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A Report on The Status of Christian Minorities in the Middle East
By M.K. Tozman

Tolerance should only be a temporal attitude and should lead to acceptance. To simply tolerate means to insult. (Goethe)

Goethe's famous words from the beginning of the 19th century seem to be unheard of in the Middle East in the 21st century. Tolerance, especially towards religious minorities, seems to be farther away than ever before. Since the invasion of Iraq in 2003, the Middle East is undergoing a tremendous change. The regional power structure has shifted massively and the uprisings in the Arab world in 2011 have catalysed this process. But the fall of regimes that suppressed their own people had much deeper implications for the internal structures of their respective societies as a whole. Religious minorities, for example, were suddenly exposed to hostilities which former regimes were able to subdue more or less successfully (Egypt) or were attacked in the course of a sectarian or ethnic conflict (Iraq).

Confronted with this completely new situation, with physical assaults, with human rights violations of many kinds, with Sharia legislation and with governments indifferent or unable to ease the plight of their most vulnerable citizens, hundreds of thousands of the Middle East's indigenous minorities left the region since the beginning of the last decade. Christian minority groups are very frequently caught in the crossfire of two or more opposing parties. They have no country that feels responsible for them and they are not strong enough to defend themselves. Particular countries of concern are Iraq, Egypt, Syria, Lebanon and Turkey with a traditionally big indigenous Christian population. Yet, the numbers used to depict the emigration of Christians tend to differ tremendously, and there is no certainty about the countries these minorities have headed to. Hence, some legitimate questions arise: Is the data used and published by the media accurate and reliable? How many Christians have already left? What is the range of numbers presented by different groups? Is it only the upper classes who can afford to emigrate or is class irrelevant in this case? What are the reasons for them to leave anyway? Is it due to specific events, general blatant discrimination and fear for their own lives or could it be due to economic implications that affect other residents as well? Or is it a combination of both?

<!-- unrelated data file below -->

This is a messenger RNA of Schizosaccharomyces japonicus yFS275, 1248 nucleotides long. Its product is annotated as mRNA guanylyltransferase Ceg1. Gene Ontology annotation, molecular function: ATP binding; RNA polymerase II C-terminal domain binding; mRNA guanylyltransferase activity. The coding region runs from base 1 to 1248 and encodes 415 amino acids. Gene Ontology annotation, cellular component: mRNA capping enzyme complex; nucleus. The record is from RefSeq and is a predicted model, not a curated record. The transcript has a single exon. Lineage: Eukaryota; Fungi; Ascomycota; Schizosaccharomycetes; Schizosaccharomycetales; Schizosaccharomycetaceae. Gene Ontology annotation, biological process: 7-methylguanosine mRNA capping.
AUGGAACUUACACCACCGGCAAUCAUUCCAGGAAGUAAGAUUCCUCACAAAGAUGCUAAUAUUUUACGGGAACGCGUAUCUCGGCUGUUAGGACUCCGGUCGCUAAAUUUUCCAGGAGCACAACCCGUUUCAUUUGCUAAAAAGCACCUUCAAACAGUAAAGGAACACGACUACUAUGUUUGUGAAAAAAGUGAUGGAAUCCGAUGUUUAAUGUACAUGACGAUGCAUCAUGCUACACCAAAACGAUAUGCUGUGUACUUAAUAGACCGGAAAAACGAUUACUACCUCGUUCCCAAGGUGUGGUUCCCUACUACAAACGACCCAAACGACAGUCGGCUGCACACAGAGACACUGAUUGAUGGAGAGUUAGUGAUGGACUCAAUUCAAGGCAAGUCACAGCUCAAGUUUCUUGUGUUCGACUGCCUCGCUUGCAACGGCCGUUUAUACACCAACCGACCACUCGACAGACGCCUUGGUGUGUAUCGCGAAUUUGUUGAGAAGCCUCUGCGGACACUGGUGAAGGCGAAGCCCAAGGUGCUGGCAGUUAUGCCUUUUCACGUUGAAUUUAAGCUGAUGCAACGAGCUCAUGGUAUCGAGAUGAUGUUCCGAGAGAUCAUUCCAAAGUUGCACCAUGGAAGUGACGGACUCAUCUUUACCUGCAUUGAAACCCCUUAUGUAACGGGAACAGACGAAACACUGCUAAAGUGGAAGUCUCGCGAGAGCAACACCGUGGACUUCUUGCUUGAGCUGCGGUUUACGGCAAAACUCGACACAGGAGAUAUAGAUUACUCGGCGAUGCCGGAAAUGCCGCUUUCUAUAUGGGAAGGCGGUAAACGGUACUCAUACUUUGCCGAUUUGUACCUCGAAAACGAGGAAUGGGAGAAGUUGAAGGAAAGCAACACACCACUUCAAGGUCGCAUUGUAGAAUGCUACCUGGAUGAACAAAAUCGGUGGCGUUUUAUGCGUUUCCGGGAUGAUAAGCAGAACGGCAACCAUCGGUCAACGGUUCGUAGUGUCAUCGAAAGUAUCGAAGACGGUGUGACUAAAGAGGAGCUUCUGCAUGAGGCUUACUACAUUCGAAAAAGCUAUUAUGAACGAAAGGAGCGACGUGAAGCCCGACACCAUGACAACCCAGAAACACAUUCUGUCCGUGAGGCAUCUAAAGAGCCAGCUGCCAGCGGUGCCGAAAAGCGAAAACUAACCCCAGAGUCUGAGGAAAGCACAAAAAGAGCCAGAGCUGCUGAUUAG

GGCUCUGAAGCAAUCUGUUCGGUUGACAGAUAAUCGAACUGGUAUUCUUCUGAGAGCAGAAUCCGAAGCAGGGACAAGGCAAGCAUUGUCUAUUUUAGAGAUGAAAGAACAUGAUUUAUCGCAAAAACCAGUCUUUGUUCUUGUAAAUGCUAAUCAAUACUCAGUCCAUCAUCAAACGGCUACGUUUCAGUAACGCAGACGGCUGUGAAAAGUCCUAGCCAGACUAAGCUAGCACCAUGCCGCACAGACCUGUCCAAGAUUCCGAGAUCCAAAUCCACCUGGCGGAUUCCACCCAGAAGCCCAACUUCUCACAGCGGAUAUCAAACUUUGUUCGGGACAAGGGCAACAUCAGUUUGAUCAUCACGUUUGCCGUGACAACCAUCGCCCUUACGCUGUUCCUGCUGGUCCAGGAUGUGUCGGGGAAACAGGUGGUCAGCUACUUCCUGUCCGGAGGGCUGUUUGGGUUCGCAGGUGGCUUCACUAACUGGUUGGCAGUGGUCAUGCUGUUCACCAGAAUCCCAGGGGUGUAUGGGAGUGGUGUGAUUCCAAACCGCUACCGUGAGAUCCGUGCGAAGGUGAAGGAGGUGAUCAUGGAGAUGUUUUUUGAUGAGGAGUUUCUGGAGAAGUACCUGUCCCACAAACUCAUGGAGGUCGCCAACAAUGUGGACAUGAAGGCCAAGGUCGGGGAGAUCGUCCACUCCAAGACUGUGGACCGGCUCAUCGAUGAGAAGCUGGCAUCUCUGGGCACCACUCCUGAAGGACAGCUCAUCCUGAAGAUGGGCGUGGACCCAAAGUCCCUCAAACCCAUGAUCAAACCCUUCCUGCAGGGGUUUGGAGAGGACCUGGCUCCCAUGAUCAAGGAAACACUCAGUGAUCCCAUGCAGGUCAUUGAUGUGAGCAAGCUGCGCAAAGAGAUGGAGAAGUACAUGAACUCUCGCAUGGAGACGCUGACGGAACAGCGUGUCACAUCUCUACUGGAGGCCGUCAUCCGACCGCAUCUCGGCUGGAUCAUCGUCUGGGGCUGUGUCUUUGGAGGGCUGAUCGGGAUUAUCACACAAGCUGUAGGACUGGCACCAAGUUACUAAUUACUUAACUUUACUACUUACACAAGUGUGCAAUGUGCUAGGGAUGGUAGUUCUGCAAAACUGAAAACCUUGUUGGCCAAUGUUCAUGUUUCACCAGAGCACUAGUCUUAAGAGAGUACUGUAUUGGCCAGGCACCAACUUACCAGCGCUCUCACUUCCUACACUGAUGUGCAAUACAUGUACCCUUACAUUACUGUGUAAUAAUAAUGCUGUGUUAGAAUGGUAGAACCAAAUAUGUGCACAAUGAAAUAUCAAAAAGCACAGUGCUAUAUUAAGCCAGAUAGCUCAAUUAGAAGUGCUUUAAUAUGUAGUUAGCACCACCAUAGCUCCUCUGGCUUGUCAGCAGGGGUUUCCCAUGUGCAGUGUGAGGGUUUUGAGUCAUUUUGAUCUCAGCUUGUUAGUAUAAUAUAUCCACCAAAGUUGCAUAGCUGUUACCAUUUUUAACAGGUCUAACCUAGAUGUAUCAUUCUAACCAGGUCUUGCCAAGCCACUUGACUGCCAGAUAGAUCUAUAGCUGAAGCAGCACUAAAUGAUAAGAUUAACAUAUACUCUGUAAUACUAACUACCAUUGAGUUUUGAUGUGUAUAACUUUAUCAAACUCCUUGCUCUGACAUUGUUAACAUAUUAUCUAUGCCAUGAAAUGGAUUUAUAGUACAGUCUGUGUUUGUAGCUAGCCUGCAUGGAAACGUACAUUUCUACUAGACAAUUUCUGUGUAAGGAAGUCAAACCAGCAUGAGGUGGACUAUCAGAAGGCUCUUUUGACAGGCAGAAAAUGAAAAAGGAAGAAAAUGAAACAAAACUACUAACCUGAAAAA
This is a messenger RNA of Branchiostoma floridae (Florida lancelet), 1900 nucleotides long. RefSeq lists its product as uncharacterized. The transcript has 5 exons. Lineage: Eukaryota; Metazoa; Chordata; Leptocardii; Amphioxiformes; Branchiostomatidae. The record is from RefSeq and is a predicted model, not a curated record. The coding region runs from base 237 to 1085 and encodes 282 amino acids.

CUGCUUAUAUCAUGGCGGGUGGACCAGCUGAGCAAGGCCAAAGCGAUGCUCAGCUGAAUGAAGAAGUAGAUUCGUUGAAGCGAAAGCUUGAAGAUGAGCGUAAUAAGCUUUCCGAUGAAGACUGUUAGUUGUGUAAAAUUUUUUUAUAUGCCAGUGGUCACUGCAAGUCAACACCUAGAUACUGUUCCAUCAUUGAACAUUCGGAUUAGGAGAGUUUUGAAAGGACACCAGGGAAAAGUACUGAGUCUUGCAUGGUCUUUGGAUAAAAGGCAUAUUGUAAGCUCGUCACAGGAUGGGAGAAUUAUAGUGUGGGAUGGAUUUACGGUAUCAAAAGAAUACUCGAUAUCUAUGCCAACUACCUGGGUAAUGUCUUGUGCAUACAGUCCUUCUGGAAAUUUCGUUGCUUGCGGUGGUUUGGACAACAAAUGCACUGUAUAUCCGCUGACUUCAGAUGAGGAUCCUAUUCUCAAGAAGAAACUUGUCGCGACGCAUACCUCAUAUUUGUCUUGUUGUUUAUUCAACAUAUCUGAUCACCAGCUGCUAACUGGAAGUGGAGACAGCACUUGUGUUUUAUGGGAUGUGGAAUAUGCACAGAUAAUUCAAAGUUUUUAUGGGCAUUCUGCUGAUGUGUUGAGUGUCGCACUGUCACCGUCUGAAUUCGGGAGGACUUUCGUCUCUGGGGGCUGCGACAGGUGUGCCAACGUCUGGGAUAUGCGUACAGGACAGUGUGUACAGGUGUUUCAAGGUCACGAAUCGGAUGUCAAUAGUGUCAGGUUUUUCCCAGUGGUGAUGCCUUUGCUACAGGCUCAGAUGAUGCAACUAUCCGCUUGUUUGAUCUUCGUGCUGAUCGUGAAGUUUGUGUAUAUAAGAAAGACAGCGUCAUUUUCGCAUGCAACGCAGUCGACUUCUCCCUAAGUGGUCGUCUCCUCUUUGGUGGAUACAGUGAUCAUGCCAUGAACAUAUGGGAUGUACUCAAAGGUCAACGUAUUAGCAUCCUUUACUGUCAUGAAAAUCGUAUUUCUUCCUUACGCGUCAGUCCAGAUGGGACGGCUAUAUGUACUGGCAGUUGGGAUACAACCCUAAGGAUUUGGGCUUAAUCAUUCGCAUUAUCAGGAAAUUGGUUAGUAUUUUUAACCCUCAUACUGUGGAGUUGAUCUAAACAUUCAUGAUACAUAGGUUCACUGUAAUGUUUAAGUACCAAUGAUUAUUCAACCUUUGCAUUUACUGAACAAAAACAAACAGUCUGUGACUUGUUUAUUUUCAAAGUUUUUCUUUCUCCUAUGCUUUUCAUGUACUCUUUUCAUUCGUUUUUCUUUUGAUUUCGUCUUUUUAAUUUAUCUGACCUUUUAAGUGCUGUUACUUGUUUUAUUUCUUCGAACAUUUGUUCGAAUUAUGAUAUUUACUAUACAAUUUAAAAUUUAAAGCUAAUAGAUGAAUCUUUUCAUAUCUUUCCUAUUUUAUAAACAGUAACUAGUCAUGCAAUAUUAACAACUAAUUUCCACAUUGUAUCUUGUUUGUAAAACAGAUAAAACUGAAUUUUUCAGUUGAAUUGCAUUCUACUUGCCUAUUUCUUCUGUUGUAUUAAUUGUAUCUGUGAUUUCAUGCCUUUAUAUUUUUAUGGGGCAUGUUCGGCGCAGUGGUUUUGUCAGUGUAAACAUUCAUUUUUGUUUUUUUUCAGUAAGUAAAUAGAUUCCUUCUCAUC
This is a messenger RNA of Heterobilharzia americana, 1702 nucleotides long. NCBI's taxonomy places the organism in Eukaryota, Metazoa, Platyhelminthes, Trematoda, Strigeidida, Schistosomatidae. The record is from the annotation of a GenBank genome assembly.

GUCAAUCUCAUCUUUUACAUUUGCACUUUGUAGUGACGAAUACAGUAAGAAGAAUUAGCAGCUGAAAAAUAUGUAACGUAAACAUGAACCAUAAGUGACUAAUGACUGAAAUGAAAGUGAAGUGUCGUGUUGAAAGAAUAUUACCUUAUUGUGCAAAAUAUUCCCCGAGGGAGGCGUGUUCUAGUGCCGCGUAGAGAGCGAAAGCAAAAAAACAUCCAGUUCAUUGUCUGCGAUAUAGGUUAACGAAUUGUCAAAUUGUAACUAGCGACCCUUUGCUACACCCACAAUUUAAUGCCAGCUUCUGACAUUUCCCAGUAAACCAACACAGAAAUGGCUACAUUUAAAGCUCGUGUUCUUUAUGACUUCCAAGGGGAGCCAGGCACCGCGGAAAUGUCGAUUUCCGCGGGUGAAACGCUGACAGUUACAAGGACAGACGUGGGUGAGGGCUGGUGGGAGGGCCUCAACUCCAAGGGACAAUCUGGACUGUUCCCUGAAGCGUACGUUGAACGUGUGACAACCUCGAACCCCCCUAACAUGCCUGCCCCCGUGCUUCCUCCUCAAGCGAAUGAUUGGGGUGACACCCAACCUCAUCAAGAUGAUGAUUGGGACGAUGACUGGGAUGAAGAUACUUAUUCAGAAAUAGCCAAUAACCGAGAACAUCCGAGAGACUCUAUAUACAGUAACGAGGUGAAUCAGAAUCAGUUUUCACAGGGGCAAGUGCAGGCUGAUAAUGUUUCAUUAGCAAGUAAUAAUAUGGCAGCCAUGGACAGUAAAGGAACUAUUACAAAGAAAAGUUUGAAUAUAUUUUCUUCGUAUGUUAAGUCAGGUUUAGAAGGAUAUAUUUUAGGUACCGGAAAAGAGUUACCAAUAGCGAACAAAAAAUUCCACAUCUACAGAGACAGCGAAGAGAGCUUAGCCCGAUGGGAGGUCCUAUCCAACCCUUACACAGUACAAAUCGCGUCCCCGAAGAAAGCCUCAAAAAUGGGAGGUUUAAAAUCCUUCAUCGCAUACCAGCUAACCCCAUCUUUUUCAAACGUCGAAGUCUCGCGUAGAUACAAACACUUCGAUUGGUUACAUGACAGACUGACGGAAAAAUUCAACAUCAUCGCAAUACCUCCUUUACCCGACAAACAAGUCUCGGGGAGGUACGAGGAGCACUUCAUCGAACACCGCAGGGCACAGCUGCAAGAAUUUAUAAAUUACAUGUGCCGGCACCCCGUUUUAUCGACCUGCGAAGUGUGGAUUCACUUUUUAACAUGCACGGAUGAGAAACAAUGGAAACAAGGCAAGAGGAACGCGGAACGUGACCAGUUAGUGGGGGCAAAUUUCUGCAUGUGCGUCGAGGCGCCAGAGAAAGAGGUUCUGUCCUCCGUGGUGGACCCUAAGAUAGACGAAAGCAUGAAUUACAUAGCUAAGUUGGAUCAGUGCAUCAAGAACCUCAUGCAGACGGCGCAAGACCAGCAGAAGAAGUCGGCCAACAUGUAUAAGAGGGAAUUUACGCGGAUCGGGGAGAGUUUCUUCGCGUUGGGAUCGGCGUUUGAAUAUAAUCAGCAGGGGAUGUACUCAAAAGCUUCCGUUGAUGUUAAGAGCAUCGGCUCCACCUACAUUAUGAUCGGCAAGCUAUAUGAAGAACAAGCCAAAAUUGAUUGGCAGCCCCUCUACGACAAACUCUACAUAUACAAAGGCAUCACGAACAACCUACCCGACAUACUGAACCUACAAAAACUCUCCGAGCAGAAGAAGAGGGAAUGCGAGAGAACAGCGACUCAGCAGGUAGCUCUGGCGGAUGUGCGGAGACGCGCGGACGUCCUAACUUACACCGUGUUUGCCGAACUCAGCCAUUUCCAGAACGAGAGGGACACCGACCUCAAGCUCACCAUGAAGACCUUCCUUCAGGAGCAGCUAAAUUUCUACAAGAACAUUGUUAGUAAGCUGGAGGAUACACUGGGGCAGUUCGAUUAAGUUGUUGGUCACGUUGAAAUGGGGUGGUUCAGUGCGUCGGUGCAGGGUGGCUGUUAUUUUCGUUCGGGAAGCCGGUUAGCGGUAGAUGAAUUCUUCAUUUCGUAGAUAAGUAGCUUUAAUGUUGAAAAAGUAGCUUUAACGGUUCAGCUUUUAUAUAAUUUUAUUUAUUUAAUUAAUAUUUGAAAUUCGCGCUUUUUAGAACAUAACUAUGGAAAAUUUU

This article tries to shed some light on these questions to give a better understanding of the changing religious compilation of Iraq, Egypt, Syria, Lebanon and Turkey to be able to better understand the consequences of the Middle Eastern upheavals for its Christian inhabitants. The information collected and evaluated in this paper is based on (scientific) articles and personal opinions of regional experts as well as primary research conducted in the countries. Internet resources were also taken into consideration.

On the difficulties of obtaining reliable numbers

Before I start with the analysis of the different Christian minority groups' status, there are some notes to keep in mind while studying the numbers that will be mentioned:

There is no hard evidence in any of the countries under consideration for the numbers that will be presented. Since most governments do not use statistical methods or censuses to count the different religious groups (for diverging reasons) all numbers will have to be read with caution. Therefore, they are always based on estimates or individual information. In fact, the real number of Christians in the Middle East is highly contested and part of an ongoing debate. It fluctuates depending on the group presenting the numbers and therefore on the intentions of the respective group. The main reason for this is of a political nature. To give an example: if the situation is depicted worse than in reality, the number of Christians left in a country will be depicted as low whereas the number of emigrants will be much higher. Vice versa, to underline the strength of a Christian group, its number could be highly inflated and the number of its refugees could be played down. Simultaneously, governments could use both to their advantage --lower numbers of indigenous Christians and lower numbers of refugees. Therefore, I will always use the whole spectrum and will try to reach a credible assumption for the concerned countries.

Read the full report here.


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